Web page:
Although Photoshop does its best to preserve the quality of bitmap layers when you scale, rotate, and apply other transformations, shape layers retain their quality perfectly when you transform them. If you plan to work with solid-color graphics that you expect to manipulate before they reach their final form, think about using shape layers. I talk about creating and using shape layer presets in "Layer Styles and Layer Style Presets" in Chapter 4; here I describe a little more about shape layers themselves.
Unlike bitmap layers, a shape layer doesn't contain pixelsonly paths, lines that remain smooth at any resolution. You add a shape layer to your document using any of the shape tools or the pen tool (Figure 10.6). If the shape you want doesn't already exist, and you are proficient with the pen and shape tools, you can draw the shape, select it, and choose Edit > Define Custom Shape to create the shape. You can also add a shape layer by copying and pasting a vector object from Adobe Illustrator.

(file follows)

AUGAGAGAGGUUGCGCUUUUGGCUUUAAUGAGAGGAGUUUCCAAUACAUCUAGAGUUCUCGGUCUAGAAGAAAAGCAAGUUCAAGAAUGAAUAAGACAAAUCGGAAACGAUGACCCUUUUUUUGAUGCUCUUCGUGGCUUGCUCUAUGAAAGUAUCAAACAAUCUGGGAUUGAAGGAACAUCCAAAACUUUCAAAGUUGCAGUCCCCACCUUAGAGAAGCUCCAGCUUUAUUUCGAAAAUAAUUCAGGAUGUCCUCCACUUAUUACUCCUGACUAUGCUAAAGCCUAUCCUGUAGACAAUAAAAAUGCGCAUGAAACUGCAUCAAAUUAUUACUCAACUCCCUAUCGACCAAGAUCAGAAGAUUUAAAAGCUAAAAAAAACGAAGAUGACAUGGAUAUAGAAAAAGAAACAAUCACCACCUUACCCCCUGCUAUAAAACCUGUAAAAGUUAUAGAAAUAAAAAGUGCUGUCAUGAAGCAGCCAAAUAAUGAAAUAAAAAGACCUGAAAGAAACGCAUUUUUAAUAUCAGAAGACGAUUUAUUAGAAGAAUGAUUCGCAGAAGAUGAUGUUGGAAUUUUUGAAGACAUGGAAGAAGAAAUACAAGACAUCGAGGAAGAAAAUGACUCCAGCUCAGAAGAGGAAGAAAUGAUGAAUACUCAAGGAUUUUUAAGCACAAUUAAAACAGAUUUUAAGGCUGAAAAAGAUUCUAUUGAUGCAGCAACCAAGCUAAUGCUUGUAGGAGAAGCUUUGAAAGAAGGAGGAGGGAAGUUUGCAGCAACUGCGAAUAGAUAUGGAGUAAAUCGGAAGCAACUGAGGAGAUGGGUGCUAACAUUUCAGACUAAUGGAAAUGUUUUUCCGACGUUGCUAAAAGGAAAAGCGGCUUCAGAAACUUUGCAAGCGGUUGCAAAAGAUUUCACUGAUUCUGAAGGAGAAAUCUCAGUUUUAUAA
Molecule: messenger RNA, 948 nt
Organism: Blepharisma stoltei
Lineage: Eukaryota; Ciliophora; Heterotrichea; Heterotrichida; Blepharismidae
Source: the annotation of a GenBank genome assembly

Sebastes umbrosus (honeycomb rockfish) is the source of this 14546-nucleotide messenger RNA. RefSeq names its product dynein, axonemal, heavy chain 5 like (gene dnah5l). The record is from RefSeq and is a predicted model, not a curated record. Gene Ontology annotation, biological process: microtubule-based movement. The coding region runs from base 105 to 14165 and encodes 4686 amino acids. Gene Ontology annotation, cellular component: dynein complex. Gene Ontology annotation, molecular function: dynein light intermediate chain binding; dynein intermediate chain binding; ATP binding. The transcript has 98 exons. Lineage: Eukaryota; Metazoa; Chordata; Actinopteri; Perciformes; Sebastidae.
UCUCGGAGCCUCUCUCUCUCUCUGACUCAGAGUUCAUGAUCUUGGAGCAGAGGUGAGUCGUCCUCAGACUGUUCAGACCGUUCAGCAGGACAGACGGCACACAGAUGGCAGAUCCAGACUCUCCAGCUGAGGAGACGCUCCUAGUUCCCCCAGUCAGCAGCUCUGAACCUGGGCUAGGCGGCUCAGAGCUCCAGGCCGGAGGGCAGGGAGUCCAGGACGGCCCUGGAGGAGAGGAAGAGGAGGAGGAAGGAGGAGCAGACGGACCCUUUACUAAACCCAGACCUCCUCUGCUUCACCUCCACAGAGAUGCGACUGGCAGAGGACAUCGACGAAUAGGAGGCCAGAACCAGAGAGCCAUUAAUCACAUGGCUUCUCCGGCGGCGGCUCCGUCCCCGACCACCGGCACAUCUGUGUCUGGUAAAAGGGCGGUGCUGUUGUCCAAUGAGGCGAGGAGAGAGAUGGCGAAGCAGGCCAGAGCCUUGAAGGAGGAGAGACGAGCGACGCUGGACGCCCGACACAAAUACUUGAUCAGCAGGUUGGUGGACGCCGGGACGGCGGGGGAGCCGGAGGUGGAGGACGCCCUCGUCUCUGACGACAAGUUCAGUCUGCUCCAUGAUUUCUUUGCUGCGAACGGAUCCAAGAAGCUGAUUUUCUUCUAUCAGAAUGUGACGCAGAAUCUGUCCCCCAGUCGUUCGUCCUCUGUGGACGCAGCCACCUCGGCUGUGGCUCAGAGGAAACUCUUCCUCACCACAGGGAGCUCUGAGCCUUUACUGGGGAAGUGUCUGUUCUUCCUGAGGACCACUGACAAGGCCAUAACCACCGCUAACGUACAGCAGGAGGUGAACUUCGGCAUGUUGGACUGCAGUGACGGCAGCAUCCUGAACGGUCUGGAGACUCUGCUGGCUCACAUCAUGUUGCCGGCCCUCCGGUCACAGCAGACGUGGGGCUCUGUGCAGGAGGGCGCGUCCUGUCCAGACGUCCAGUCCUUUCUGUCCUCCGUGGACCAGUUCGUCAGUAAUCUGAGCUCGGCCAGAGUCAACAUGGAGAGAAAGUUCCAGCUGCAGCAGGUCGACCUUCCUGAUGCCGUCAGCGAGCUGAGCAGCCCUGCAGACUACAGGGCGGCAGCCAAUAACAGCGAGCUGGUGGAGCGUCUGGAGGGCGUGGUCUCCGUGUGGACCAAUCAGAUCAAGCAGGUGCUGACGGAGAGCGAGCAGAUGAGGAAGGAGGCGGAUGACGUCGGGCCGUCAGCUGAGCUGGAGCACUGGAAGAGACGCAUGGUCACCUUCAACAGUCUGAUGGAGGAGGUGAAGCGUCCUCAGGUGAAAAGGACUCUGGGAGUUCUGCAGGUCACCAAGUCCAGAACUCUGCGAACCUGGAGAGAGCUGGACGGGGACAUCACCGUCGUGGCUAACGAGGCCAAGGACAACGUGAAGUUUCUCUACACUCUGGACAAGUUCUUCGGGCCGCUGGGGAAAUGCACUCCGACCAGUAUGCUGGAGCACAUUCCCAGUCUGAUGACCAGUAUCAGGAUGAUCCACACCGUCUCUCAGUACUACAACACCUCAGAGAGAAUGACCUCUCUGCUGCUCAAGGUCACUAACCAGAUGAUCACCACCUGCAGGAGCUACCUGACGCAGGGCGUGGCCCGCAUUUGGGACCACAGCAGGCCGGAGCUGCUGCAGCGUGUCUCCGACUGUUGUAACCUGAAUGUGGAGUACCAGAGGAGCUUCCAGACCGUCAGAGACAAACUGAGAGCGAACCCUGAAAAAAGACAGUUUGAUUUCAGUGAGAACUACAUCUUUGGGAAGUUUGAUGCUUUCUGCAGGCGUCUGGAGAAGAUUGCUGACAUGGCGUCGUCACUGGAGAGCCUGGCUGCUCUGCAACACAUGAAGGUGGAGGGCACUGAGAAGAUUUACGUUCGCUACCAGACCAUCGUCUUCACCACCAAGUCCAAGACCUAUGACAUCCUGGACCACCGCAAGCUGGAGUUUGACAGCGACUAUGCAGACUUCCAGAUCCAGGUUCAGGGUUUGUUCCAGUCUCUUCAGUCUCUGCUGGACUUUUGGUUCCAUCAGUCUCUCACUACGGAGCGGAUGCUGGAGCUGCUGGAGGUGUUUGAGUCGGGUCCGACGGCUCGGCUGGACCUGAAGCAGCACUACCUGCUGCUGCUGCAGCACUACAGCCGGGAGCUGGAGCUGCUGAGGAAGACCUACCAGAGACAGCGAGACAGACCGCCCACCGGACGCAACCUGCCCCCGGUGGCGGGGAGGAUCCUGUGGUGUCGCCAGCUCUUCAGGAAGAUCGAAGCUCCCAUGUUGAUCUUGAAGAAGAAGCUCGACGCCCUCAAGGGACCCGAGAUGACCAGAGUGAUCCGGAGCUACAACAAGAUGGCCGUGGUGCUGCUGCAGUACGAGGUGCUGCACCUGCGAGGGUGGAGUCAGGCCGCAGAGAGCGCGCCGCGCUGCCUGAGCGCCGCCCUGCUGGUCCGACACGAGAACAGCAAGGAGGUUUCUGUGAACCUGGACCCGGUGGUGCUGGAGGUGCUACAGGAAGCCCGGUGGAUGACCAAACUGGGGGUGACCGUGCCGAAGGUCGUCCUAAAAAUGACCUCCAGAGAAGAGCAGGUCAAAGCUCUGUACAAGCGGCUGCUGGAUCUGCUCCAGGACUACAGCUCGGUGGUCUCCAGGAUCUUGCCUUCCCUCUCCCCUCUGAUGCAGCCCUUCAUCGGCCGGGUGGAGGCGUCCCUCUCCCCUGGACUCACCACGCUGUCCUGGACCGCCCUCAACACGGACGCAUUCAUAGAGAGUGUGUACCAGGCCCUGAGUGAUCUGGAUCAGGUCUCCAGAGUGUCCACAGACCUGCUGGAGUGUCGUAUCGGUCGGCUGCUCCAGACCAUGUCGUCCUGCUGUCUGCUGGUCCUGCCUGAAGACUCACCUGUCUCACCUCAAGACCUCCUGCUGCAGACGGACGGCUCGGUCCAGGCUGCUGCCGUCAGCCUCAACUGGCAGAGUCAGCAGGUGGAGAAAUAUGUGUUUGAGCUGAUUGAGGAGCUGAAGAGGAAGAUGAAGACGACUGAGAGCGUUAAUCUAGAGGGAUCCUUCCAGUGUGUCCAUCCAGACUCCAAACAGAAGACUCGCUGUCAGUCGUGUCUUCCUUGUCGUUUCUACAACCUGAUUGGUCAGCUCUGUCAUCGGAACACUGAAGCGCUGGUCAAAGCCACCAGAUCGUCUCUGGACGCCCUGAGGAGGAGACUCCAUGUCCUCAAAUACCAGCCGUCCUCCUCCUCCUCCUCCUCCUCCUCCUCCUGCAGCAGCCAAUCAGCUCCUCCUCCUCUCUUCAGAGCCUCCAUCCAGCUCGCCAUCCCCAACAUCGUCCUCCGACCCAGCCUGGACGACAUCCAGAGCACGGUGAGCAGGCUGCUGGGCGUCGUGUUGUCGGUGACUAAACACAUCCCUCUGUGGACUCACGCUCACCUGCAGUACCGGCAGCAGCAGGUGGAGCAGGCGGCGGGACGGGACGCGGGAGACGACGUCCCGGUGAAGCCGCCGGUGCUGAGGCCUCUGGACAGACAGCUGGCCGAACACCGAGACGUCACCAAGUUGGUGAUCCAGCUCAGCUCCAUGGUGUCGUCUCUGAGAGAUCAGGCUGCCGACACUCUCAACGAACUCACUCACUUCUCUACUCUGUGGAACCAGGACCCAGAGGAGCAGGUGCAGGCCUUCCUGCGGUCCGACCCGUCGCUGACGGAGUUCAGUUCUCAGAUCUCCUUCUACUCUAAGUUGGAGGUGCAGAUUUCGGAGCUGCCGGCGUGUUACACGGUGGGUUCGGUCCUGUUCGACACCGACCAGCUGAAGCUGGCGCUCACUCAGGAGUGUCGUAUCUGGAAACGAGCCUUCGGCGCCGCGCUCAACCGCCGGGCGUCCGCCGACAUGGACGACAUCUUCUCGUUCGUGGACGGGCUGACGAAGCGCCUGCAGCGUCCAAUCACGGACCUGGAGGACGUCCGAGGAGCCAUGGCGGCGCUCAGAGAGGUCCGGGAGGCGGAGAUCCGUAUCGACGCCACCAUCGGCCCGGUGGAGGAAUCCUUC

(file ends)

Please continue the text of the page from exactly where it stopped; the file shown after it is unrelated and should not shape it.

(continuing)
Figure 10.6. A shape layer (left and center) scales without losing sharpness (right).
A shape layer takes on the default foreground color, but you can change it by double-clicking the shape layer thumbnail in the Layers palette. Once you've added a shape layer to your layout, you can edit the shape itself as you would a path by using the path selection tool, the direct selection tool, and the pen tool. Proficiency with those tools is required if you want to use shape layers effectively.